To reach the sustainable use of aquatic ecosystems, we must first understand the interrelationship between diff erent physical and biological components controlling the functioning and dynamics that regulate the systems. This ecosystem approach is especially applicable in coastal environments because they are the final destination of all drainage basins regardless...

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13 Biogeochemistry of Gulf of Mexico Estuaries

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pp. 243-252

The field of biogeochemistry involves the study of how biological, chemical, and geological processes interact to determine the fate and effects of materials that influence the metabolism of ecosystems. An understanding of the role that biogeochemical and physical processes play in regulating the chemistry and biology of estuaries is fundamental to evaluating complex...

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14 Global Climate Change Impacts on CoastalEcosystems in the Gulf of Mexico

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pp. 253-272

Global climate change is important in considerations of integrated coastal management in the Gulf of Mexico. This is true for a number of reasons. Climate in the Gulf spans the range from tropical to the lower part of the temperate zone. Thus, as climate warms, the tropical– temperate interface, which is currently mostly off shore in the Gulf of Mexico, will increasingly move over the coastal zone of the northern and eastern parts of the Gulf. Currently, this interface is...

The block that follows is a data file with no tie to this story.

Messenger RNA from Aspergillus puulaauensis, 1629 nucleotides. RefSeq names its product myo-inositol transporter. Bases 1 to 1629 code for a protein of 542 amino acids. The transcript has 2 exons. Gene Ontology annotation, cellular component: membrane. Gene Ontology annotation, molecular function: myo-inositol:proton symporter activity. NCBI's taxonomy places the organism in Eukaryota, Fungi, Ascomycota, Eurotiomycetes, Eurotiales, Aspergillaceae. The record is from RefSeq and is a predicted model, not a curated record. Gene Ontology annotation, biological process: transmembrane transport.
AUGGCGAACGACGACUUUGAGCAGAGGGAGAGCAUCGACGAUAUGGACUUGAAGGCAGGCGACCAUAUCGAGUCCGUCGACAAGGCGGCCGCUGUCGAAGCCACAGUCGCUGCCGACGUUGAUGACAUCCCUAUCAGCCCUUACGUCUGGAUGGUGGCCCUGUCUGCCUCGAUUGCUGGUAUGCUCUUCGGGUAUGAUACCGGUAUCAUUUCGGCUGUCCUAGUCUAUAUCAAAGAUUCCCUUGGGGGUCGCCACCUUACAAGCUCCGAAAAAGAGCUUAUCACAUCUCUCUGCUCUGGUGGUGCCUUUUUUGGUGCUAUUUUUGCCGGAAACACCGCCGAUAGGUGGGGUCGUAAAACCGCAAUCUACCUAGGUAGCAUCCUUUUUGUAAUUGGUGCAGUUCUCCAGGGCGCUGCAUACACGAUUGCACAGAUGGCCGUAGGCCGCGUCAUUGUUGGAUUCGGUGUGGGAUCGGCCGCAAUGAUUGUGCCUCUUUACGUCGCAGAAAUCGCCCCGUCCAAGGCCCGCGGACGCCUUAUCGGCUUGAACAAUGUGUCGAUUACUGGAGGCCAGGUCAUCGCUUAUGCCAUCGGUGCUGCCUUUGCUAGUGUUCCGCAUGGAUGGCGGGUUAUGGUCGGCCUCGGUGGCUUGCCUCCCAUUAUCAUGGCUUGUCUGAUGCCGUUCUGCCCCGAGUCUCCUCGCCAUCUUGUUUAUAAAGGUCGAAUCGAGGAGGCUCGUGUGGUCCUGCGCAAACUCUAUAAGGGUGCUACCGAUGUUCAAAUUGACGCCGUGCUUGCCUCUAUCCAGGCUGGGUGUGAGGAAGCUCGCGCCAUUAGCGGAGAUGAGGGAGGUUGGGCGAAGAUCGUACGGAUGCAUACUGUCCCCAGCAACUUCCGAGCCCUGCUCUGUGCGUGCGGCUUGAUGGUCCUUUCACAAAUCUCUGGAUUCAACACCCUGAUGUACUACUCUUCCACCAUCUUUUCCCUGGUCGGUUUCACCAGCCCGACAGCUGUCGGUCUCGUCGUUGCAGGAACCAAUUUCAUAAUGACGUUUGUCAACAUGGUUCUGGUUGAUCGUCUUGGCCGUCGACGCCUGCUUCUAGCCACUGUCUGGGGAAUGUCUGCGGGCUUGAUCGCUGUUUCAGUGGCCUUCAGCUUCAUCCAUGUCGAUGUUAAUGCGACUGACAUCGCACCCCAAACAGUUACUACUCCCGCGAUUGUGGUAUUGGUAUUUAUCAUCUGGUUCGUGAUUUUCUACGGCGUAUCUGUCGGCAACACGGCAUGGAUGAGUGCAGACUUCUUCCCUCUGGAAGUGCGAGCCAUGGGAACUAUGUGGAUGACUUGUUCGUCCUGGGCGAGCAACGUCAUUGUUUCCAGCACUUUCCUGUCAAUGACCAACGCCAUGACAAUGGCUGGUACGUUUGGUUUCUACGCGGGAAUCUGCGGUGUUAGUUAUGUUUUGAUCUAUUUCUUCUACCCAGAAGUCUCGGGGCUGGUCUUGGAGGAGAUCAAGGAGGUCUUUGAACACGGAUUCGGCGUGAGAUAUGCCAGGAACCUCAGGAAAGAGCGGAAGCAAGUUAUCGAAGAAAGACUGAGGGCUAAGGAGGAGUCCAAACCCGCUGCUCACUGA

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15 Sea- Level Rise and Vulnerability of Coastal Lowlands in the Mexican Areas of the Gulf of Mexico and the Caribbean Sea

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pp. 273-290

A number of coastal settings are present in Mexico, both in the Pacifi c Ocean, to the west, and in the Gulf of Mexico and the Caribbean Sea to the east, comprising a total length of 10,554 km of frontal coast open to the sea. With the coastal lagoons and islands, this totals about 24,945 km of coastline (Ortiz Pérez and De La Lanza 2006). These shorelines, to a greater or lesser extent, are subject to the rise in mean sea...

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16 Southwestern Gulf of Mexico Reefs

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pp. 291-304

Coral reefs in the Gulf of Mexico are found not along the continental shelves, but rather in restricted locations where environmental conditions have been adequate for the coral biota to build up the reefs. Because coral reefs are determined by the environmental particularities of the location where they are formed, the formations in the southwestern Gulf are...

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17 Coral Reef Management and Conservation in the Southern Gulf of Mexico

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pp. 305-318

Coral reefs are among the most biologically diverse and productive, as well as complex, ecosystems on earth. Additionally, they are important to local, regional, and global economies as sources of food and medicinal products, for protection of fragile shorelines from storm damage and erosion, as a heritage of cultural values and for great natural beauty, and vast revenues...